Healthcare – For anyone considering making Ecuador home, either full or part time, healthcare is among the most important considerations. Well, this is not an area forgotten under the Correa Administration… although there is still a lot of work to do, the advances have been monumental; 18 new hospitals and 250 health centers have been built, including many new clinics in small villages and rural towns. Currently, 6.8% of Ecuador’s national budget is put towards healthcare – hiring doctors, purchasing new and modern equipment and campaigns teaching of preventative treatments for common ailments.

Potable Water – many folks travelling to Ecuador are likely wary of drinking the water, and several years ago, that was a smart decision. And certainly, if you are in a rural area, bottled water is still a good choice. But consider this… 96% of all urban areas in Ecuador have potable water, up from 82% six years ago. A very impressive improvement! Rural areas are up to 89%, still not a guarantee, depending on where you are in the country, but with a mission to continue improving on this number, the future of Ecuador’s accessibility to potable water looks clean, clear and delicious.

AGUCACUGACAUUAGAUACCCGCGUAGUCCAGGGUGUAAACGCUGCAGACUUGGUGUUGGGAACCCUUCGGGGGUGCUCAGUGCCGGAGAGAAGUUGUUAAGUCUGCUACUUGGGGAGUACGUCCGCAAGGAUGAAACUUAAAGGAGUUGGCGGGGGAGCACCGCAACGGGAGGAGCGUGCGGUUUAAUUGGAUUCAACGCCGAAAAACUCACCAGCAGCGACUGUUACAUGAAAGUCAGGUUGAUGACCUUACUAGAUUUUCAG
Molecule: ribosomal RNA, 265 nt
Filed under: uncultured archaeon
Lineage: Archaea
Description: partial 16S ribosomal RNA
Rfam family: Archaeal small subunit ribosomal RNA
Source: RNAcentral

Public Sewers – sewer sanitation is an ongoing project for Ecuador’s government. After sitting dormant with no maintenance for fifty years, the current Administration has its work cut out for it. But that’s exactly what they’re doing. Urban areas are receiving the most attention right now, but rural communities have seen an increase in improved service (from 53% to 79%!) over a mere six year period. Long-term sustainability in this sector is a top priority for Ecuador’s current government.

Electricity – because almost half of Ecuador’s electric service is hydroelectric generated, a drought can have a major impact on reliability. Although droughts are a rarity in Ecuador, November 2009 to January 2010 showed the country exactly what would happen if such an event occurred. Rolling blackouts were the norm for those three months, and set the government in motion to come up with a significant back-up generation system – which has since been purchased.